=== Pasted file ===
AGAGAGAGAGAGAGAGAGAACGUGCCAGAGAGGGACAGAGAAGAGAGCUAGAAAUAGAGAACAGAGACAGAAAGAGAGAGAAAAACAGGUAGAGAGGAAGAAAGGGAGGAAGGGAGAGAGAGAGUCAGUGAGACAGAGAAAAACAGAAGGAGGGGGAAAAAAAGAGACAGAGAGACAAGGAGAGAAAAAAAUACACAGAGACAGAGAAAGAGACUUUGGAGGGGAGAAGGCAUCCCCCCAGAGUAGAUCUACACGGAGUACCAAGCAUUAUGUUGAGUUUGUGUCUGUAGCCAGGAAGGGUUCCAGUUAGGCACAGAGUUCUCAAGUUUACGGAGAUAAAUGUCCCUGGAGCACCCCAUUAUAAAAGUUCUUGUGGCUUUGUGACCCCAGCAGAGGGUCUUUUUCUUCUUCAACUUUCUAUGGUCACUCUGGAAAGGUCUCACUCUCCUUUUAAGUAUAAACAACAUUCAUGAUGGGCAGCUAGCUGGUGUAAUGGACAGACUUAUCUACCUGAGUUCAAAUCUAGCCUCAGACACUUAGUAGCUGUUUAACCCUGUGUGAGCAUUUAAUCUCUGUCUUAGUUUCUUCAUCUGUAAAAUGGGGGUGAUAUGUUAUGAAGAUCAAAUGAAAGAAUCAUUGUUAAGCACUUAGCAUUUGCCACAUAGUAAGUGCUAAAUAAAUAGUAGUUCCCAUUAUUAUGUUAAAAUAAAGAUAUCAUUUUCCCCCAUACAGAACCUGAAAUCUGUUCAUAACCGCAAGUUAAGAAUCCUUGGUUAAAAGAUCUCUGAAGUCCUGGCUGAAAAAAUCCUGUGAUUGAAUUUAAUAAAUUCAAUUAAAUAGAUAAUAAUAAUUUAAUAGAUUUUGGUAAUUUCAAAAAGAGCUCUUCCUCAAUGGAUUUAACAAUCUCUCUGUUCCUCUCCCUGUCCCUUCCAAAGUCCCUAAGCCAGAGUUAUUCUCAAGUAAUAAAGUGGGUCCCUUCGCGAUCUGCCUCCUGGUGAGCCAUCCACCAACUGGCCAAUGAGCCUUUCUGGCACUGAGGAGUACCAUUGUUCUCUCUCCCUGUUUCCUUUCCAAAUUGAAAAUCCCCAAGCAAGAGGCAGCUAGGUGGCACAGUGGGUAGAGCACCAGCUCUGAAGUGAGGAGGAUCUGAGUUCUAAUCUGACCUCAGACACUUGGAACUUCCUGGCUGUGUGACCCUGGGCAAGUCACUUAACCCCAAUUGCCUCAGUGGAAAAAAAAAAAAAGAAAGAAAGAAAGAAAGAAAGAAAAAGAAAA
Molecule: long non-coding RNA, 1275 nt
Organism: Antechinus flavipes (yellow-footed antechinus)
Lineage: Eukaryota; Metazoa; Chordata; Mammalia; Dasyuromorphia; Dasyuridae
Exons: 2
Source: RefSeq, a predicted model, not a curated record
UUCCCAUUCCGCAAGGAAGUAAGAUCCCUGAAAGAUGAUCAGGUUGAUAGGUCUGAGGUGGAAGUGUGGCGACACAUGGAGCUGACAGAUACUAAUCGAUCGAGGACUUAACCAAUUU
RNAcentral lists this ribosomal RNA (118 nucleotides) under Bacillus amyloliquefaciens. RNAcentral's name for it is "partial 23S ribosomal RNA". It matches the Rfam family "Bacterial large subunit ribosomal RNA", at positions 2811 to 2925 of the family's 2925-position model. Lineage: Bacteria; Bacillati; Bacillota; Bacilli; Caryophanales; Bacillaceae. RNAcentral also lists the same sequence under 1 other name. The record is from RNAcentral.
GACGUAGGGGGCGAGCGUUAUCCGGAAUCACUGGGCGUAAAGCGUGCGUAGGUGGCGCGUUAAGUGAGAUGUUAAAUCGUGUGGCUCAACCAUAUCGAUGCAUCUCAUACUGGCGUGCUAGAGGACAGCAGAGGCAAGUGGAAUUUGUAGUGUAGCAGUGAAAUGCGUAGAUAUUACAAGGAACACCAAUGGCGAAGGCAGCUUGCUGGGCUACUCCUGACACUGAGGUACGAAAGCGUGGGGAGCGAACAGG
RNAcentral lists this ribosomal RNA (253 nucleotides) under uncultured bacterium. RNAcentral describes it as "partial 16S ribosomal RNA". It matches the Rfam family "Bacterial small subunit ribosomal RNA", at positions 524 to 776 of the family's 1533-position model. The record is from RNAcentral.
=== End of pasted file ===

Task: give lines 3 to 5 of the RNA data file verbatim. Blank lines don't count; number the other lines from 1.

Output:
Organism: Antechinus flavipes (yellow-footed antechinus)
Lineage: Eukaryota; Metazoa; Chordata; Mammalia; Dasyuromorphia; Dasyuridae
Exons: 2